The decline and fall of the controversial EB-5 program is confirmed in the most recent USCIS data, in this case data for the first three months of FY 2021, that is to say October through December 2020.
There were “D” immigrant petitions filed by alien investors and there were “D” applications filed for regional center designations under the immigrant investor program.
Translating from the Department of Homeland Security’s privacy-obsessed language, “D” means that there were nine or fewer aliens willing to invest $900,000 or more to get a family-sized set of green cards, and nine or fewer citizens seeking to become EB-5 middlemen by starting regional centers in the program.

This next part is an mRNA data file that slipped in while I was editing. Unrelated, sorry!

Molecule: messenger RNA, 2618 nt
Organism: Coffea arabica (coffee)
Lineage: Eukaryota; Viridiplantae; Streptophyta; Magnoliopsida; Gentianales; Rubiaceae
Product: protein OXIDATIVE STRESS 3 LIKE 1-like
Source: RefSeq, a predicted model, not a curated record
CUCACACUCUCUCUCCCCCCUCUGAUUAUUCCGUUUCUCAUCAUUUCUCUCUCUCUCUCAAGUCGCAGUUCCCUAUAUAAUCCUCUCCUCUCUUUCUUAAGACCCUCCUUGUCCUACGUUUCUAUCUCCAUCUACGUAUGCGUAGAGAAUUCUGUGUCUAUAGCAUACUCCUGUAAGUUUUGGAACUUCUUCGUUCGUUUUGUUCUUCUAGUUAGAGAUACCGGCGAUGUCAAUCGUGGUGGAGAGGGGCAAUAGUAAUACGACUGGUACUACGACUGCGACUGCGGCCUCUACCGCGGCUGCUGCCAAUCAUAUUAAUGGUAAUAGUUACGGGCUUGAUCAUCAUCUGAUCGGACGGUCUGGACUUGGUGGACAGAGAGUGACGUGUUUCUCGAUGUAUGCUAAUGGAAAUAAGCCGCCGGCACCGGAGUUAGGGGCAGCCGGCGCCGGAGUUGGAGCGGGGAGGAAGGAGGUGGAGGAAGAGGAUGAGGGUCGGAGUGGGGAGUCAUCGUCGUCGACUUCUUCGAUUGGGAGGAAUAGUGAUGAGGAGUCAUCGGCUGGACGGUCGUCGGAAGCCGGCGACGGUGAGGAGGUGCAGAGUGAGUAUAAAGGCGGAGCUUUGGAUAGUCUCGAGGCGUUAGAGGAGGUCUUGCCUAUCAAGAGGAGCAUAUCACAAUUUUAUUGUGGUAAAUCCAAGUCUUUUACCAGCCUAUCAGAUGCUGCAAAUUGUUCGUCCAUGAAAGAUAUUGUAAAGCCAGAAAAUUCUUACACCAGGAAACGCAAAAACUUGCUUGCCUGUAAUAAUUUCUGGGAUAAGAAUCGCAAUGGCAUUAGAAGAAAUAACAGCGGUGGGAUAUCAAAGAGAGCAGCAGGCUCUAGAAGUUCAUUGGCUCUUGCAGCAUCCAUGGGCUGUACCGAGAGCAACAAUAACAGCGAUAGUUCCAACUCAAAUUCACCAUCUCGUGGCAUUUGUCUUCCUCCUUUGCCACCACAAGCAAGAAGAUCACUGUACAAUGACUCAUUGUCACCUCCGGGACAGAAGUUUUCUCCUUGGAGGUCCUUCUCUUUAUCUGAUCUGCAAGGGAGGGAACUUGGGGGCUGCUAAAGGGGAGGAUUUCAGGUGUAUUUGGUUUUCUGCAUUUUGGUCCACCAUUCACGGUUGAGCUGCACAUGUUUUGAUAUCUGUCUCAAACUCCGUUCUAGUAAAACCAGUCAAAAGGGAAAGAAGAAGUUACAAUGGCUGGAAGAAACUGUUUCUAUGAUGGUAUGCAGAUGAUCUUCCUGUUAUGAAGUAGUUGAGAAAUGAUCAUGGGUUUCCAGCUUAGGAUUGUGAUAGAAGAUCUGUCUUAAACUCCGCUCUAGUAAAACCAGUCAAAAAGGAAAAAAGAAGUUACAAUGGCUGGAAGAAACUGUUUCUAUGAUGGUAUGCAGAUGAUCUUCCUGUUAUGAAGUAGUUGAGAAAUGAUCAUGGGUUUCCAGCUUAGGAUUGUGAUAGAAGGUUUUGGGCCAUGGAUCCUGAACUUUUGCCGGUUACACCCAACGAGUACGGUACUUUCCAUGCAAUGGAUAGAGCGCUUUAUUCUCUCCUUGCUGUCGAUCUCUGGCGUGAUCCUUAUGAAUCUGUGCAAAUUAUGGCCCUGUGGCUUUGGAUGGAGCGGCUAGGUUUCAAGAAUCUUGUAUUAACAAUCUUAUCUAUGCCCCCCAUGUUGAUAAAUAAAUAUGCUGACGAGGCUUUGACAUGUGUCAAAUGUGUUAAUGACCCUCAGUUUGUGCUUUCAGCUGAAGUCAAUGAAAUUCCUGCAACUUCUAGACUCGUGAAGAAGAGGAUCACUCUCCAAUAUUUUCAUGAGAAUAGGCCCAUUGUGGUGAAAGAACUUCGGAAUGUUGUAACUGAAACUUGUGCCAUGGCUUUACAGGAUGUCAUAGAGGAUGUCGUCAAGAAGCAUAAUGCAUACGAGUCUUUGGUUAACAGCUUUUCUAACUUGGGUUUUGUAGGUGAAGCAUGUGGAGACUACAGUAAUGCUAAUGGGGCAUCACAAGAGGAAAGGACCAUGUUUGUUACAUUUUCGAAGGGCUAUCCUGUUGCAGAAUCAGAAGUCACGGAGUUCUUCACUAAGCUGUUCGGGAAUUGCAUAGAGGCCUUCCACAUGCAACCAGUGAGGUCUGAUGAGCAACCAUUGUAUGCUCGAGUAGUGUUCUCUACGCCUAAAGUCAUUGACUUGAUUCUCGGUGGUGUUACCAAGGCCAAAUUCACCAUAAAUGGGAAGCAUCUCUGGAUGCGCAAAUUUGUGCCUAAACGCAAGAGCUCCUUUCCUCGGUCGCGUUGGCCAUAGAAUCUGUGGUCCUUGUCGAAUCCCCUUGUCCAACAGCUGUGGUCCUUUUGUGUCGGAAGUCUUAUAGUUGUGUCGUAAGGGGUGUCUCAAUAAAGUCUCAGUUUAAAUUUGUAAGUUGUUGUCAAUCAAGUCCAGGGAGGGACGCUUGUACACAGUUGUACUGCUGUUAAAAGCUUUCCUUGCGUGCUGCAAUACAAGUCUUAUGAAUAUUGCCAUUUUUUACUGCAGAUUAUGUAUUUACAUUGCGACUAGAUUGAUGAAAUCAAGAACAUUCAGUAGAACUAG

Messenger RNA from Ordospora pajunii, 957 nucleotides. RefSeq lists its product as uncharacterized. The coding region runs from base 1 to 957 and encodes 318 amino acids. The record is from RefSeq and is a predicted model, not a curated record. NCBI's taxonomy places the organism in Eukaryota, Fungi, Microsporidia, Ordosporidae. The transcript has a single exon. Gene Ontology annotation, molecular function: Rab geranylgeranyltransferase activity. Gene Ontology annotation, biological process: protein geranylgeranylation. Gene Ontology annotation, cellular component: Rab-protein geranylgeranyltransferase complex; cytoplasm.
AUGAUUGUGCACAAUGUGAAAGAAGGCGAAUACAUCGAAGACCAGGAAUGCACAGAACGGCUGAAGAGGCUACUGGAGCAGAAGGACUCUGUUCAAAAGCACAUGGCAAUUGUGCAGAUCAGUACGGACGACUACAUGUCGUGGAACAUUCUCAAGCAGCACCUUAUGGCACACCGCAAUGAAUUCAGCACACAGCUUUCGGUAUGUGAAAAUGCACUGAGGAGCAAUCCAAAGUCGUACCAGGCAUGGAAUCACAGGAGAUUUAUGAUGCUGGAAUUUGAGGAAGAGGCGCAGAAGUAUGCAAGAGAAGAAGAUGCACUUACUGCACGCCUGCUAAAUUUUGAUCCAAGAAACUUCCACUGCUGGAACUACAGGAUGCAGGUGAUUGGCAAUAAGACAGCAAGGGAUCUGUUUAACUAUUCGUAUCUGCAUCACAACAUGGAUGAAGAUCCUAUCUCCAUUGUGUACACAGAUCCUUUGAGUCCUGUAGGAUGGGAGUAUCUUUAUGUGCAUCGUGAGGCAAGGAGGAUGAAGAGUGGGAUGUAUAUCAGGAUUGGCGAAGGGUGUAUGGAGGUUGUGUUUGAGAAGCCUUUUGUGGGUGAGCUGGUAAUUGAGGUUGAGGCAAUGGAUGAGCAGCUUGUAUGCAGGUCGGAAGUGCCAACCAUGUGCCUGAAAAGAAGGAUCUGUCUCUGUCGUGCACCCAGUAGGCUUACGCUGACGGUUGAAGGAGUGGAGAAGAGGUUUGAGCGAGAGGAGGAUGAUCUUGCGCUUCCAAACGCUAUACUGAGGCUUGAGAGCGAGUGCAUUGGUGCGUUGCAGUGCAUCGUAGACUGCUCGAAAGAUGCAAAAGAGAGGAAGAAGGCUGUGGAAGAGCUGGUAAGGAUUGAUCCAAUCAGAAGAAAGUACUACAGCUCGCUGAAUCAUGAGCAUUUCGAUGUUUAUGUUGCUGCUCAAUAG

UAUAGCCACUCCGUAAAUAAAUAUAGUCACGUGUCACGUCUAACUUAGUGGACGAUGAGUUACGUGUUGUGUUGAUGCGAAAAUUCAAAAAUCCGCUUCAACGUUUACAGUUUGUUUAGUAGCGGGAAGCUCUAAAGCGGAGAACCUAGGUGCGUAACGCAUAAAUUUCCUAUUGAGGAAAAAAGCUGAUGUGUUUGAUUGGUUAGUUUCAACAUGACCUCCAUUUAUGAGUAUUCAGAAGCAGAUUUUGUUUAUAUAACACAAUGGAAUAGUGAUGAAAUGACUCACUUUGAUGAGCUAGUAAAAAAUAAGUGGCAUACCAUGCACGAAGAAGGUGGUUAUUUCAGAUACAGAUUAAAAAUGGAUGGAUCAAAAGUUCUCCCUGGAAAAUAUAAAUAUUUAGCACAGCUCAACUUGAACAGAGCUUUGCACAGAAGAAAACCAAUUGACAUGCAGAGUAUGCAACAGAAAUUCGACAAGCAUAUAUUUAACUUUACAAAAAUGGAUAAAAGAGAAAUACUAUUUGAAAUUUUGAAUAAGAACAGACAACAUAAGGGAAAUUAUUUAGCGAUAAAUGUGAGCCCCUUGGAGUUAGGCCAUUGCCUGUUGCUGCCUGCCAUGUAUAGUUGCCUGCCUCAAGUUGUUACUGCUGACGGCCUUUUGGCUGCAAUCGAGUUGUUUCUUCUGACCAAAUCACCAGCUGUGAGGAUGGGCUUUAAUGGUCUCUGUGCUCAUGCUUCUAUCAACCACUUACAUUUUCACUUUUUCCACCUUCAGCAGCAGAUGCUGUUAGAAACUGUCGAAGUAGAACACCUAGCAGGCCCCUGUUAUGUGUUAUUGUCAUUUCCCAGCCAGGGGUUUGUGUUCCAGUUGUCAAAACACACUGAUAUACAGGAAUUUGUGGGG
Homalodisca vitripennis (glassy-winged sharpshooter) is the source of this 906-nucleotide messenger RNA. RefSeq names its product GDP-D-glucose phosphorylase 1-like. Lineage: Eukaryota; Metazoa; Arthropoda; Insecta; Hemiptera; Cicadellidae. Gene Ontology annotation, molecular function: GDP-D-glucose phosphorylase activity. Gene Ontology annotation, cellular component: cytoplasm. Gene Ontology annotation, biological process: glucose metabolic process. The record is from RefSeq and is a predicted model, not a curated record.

There is a statutory limit of 10,000 visas a year in this program; a successful application usually produces about 2.5 visas (including those for dependents); 9 x 2.5 = 22.5 for the quarter and, if this rate continues, 90 for the year, producing a remarkable shortfall of 9,910 for the full fiscal year.
This means that there will be fewer alien investors coming to the U.S. in the future, but it does not mean that fewer aliens will be arriving, for any of the theoretical 9,910 visas not used to take care of the EB-5 backlog of visas from previous years will be assigned to the first through fourth employment-based visas. In the lingo of DHS, this is a “fall up” of visas.